Over 24,000 house fires starting from the chimney occur every year in the United States alone. In some cases, only the chimney is affected, but in others, the entire house is destroyed. The main cause of such fires is the buildup of creosote in the flue. It poses an extremely serious threat which must not be ignored. Effective prevention is possible.
How a Fire Can Start
Creosote is a fine powder which contains tar particles and soot particles. It is a byproduct of wood burning. Under certain conditions, it builds up in the flue lining of the chimney. It can take several different forms. It can appear as sticky black tar. It can have a gray powdery appearance. It can also be hard and shiny. The latter so-called glazed form is the most combustible at all.
As the deposit of creosote builds up, it makes the passage for the hot air coming out of the fireplace smaller. When the hot air, which is under higher pressure, gets into contact with the deposit, combustion occurs and a fire starts. Often, the fire begins with a loud popping or cracking sound. It can be heard inside the house and by people in the neighborhood. In such situations, it is crucial for everyone on the property to leave immediately and for the fire brigade to be called. This is because in minutes, the room can get filled with dense smoke which is extremely dangerous for people and pets. The fire can easily crack the flue and the entire chimney open and spread to the other structures of the building.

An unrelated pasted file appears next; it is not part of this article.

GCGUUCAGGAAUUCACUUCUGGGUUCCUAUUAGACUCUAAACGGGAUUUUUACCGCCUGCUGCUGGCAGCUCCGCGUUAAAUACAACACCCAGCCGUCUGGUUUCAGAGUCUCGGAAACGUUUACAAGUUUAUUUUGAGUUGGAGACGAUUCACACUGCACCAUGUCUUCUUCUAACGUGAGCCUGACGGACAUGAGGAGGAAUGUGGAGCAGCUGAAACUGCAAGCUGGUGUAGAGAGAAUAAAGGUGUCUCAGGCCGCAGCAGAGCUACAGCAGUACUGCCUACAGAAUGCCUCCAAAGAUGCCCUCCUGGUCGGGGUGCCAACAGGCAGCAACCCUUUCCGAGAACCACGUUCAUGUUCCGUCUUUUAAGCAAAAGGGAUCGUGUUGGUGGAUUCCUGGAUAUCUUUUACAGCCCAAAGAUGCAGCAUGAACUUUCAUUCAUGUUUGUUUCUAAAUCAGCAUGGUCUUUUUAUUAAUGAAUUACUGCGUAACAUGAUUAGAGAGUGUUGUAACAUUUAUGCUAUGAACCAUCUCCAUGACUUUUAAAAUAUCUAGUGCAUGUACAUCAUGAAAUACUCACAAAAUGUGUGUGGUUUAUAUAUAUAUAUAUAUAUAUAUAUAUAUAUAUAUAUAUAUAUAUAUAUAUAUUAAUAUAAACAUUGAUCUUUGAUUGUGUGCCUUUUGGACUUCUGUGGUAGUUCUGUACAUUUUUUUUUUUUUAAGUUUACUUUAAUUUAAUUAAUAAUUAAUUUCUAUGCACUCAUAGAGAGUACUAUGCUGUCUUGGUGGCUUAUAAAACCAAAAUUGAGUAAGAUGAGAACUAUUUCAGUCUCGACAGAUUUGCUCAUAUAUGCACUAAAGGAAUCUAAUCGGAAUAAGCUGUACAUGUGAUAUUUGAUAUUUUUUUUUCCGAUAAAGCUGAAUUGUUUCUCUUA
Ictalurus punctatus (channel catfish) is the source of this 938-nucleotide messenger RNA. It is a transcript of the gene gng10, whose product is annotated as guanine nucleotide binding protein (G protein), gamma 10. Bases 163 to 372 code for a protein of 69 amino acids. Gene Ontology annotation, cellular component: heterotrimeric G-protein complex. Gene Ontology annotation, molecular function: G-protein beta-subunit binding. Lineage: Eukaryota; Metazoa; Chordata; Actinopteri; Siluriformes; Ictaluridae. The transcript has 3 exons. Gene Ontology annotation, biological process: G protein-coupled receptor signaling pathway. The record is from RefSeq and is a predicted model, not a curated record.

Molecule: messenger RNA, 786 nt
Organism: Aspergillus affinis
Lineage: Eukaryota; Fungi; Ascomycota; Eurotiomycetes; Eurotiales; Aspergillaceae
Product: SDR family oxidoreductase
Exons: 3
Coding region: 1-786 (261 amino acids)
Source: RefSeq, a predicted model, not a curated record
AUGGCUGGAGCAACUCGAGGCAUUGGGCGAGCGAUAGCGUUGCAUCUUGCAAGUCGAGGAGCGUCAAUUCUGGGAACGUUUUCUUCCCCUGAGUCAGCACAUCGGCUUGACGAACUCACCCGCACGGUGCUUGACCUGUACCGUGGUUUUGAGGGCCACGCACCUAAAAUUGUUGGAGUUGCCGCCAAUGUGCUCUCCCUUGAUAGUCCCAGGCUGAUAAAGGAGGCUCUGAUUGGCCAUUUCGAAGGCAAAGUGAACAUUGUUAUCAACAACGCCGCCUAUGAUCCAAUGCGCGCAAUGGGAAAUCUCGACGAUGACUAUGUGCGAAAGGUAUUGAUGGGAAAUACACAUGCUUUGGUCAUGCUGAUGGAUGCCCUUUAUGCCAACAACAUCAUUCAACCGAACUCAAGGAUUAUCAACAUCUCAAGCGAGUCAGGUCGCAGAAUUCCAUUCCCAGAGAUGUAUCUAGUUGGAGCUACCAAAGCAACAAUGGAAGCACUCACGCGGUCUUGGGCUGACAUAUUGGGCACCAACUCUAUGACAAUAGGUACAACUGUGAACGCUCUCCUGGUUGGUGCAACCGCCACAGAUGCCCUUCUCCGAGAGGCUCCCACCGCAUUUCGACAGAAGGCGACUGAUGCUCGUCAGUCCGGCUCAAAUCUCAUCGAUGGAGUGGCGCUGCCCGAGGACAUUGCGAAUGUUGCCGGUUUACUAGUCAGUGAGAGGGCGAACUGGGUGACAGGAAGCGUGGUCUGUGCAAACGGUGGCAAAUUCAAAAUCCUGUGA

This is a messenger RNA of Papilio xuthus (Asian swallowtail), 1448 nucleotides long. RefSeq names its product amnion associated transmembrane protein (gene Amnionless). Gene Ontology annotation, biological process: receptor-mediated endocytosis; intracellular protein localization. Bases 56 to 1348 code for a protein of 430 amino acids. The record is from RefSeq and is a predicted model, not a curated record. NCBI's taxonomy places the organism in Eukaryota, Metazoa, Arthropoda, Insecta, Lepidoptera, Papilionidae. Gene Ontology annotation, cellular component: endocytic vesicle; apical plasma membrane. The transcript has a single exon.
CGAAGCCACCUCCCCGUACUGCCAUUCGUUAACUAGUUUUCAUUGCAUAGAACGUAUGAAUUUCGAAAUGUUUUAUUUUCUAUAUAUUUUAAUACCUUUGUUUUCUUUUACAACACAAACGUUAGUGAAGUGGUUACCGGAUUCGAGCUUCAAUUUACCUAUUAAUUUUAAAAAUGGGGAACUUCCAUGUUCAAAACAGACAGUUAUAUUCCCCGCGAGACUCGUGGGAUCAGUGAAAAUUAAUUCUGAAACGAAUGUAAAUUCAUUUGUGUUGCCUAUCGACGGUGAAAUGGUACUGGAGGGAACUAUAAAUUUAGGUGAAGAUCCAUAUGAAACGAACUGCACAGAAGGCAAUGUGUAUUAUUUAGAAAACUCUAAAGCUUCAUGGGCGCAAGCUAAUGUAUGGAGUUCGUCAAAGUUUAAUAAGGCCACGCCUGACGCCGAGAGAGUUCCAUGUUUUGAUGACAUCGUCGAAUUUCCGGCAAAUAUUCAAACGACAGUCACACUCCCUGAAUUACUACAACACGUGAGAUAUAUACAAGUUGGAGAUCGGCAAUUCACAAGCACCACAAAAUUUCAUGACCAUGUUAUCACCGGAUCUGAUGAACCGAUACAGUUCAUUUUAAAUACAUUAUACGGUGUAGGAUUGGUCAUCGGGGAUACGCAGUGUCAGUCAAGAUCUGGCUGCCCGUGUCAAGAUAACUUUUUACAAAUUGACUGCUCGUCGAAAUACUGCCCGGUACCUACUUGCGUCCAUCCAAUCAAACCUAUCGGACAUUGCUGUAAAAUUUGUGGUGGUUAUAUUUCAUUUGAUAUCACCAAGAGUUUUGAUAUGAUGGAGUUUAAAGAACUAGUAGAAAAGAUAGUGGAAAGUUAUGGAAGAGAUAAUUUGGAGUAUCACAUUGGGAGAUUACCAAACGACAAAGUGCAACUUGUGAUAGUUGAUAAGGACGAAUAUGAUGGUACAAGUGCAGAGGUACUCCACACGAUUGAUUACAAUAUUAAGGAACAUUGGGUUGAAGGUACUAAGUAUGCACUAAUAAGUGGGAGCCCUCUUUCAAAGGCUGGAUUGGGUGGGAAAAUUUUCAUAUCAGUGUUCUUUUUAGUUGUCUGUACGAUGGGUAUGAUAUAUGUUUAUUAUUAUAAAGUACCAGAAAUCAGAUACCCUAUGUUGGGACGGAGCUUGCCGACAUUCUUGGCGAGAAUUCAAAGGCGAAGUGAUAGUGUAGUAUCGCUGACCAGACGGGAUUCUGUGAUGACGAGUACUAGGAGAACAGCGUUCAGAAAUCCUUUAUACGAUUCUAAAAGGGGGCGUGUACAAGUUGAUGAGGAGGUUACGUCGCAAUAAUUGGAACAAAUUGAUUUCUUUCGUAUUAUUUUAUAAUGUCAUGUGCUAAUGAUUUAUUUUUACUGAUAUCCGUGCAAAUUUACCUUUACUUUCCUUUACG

In some cases, small fires can burn occasionally in the chimney without the people inside paying much attention to them. They usually make little smoke and produce unpleasant odor which is not particularly strong. Such fires can cause considerable damage to the chimney.
Creosote Accumulation Risk Factors
When wood burns, it produces fine tar and carbon powder particles which are carried up the chimney by the hot air. Since the flue lining is much cooler than this air, condensation occurs and the particles get accumulated on the walls. This is how the creosote deposits get formed.
There are some conditions which stimulate the building up of this combustible compound. When the chimney’s temperature is very low, creosote gets accumulated more quickly. This can also happen if the air supply to the chimney is restricted because of poor ventilation of the structure. The use of unseasoned wood is also a major risk factor. The accumulation of creosote can be speeded by too big flue serving a smaller fireplace. In such cases, a draft is created and the flue surface becomes much cooler.
The best course of action is to eliminate any factors which stimulate the building up of creosote. In this way, the process will become much slower and the risk of fire will be reduced. The most important thing, however, is to have the chimney cleaned fully on a regular basis. This will help to lower the risk to the very possible minimum.
Do not let creosote build up in your chimney. Take action to prevent house fire now.